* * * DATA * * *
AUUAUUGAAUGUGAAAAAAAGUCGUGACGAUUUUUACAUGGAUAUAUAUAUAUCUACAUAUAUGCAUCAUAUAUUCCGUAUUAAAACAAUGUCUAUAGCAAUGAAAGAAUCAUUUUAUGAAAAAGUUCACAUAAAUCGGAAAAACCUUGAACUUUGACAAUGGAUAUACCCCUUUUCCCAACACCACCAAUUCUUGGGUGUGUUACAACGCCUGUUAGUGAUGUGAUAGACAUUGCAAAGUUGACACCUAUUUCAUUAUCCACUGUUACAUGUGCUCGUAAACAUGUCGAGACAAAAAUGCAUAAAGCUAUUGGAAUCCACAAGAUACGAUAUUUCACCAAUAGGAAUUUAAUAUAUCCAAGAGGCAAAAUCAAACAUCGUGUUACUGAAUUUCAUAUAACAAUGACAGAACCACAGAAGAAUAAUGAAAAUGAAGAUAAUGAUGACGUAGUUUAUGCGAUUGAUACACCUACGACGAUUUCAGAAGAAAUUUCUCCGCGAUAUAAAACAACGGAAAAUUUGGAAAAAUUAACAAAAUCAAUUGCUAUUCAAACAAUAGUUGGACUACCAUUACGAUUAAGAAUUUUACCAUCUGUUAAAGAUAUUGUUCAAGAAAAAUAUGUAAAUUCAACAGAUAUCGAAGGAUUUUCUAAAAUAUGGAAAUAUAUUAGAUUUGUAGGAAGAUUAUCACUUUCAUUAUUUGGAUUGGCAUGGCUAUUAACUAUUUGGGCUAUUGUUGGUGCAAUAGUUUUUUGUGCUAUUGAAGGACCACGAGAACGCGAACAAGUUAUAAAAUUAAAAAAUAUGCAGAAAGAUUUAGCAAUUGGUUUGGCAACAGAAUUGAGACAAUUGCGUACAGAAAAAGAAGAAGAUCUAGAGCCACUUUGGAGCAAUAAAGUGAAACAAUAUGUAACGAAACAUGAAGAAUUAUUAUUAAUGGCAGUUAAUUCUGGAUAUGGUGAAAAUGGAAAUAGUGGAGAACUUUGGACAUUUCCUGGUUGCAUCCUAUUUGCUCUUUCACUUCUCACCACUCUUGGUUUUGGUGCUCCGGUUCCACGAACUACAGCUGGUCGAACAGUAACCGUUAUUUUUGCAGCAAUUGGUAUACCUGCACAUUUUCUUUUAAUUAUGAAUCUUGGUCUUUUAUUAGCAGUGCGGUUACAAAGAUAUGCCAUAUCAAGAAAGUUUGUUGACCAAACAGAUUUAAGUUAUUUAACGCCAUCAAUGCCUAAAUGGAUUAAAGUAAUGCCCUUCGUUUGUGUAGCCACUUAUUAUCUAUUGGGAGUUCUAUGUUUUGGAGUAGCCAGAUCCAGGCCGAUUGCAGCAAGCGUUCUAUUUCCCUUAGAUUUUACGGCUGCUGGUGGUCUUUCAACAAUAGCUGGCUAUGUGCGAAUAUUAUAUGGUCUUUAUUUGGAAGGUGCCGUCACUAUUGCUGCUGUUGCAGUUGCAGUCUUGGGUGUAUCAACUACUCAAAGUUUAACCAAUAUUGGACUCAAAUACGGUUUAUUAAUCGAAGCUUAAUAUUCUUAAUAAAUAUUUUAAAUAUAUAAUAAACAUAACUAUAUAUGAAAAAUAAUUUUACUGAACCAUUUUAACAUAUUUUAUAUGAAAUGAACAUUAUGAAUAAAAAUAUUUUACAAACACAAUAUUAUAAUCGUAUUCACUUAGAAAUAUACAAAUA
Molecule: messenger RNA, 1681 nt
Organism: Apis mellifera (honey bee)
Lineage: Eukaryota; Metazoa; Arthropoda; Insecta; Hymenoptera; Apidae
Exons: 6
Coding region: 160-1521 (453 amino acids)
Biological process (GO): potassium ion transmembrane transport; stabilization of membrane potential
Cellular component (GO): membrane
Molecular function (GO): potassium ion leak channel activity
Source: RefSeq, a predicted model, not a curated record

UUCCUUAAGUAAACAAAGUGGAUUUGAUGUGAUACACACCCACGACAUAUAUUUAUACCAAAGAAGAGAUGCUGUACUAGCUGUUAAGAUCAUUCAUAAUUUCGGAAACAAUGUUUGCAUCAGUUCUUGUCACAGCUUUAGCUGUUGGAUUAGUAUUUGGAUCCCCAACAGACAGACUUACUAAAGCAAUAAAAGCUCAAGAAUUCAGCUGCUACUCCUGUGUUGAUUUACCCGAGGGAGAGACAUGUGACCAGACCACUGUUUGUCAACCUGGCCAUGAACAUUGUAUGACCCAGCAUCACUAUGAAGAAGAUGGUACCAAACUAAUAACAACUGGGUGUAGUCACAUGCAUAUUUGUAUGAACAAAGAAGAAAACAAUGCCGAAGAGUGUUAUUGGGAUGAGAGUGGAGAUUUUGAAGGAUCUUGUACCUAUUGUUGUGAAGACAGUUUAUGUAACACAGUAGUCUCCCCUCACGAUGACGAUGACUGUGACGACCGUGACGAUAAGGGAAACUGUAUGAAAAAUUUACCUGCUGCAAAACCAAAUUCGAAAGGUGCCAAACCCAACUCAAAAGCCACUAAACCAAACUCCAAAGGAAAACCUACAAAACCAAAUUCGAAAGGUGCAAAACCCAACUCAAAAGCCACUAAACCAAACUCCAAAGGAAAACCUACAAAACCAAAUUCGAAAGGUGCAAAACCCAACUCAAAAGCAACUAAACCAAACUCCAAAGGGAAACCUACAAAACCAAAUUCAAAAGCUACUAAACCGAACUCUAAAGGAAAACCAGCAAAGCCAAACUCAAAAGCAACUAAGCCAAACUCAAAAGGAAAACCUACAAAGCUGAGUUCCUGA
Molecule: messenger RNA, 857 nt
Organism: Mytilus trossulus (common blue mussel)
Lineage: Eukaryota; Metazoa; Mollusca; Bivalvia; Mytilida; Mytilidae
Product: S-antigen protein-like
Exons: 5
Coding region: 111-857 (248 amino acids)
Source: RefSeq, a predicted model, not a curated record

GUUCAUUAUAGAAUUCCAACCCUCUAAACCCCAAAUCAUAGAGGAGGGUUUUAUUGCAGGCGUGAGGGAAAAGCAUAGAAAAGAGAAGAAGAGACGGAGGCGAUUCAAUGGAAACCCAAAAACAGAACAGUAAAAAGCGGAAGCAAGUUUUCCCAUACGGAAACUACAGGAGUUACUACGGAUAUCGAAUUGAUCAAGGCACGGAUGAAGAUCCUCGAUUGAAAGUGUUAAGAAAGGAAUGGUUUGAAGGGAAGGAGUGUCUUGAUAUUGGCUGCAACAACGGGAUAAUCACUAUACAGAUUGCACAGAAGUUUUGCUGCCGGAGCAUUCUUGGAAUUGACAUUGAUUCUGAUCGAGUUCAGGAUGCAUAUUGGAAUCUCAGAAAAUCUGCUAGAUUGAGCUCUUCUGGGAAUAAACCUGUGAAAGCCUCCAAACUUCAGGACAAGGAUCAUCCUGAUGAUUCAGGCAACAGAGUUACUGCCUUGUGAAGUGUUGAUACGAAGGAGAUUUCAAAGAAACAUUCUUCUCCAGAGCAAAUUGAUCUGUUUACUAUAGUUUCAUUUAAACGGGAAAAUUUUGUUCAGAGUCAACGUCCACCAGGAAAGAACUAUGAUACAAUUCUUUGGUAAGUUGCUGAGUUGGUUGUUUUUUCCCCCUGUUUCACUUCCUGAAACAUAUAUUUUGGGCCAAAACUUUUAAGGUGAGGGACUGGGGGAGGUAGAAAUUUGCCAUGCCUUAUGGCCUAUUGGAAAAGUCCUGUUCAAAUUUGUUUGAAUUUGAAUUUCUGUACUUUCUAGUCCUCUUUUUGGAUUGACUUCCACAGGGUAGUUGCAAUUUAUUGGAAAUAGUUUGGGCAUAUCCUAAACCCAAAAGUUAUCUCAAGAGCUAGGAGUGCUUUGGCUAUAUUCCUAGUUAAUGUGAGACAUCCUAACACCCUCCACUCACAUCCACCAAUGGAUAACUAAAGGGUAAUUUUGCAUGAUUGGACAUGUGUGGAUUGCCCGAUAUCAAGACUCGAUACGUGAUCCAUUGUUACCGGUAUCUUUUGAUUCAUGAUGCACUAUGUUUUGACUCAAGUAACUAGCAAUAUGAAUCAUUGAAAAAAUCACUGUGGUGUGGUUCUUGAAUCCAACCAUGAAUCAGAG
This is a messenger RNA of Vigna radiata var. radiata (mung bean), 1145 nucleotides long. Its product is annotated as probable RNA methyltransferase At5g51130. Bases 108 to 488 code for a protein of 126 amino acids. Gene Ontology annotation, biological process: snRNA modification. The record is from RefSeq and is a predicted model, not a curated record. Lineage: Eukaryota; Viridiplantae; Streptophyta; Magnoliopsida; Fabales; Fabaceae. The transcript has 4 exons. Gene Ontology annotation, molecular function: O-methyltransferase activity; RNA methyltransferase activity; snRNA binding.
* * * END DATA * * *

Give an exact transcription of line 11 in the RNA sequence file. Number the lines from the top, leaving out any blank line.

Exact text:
UUCCUUAAGUAAACAAAGUGGAUUUGAUGUGAUACACACCCACGACAUAUAUUUAUACCAAAGAAGAGAUGCUGUACUAGCUGUUAAGAUCAUUCAUAAUUUCGGAAACAAUGUUUGCAUCAGUUCUUGUCACAGCUUUAGCUGUUGGAUUAGUAUUUGGAUCCCCAACAGACAGACUUACUAAAGCAAUAAAAGCUCAAGAAUUCAGCUGCUACUCCUGUGUUGAUUUACCCGAGGGAGAGACAUGUGACCAGACCACUGUUUGUCAACCUGGCCAUGAACAUUGUAUGACCCAGCAUCACUAUGAAGAAGAUGGUACCAAACUAAUAACAACUGGGUGUAGUCACAUGCAUAUUUGUAUGAACAAAGAAGAAAACAAUGCCGAAGAGUGUUAUUGGGAUGAGAGUGGAGAUUUUGAAGGAUCUUGUACCUAUUGUUGUGAAGACAGUUUAUGUAACACAGUAGUCUCCCCUCACGAUGACGAUGACUGUGACGACCGUGACGAUAAGGGAAACUGUAUGAAAAAUUUACCUGCUGCAAAACCAAAUUCGAAAGGUGCCAAACCCAACUCAAAAGCCACUAAACCAAACUCCAAAGGAAAACCUACAAAACCAAAUUCGAAAGGUGCAAAACCCAACUCAAAAGCCACUAAACCAAACUCCAAAGGAAAACCUACAAAACCAAAUUCGAAAGGUGCAAAACCCAACUCAAAAGCAACUAAACCAAACUCCAAAGGGAAACCUACAAAACCAAAUUCAAAAGCUACUAAACCGAACUCUAAAGGAAAACCAGCAAAGCCAAACUCAAAAGCAACUAAGCCAAACUCAAAAGGAAAACCUACAAAGCUGAGUUCCUGA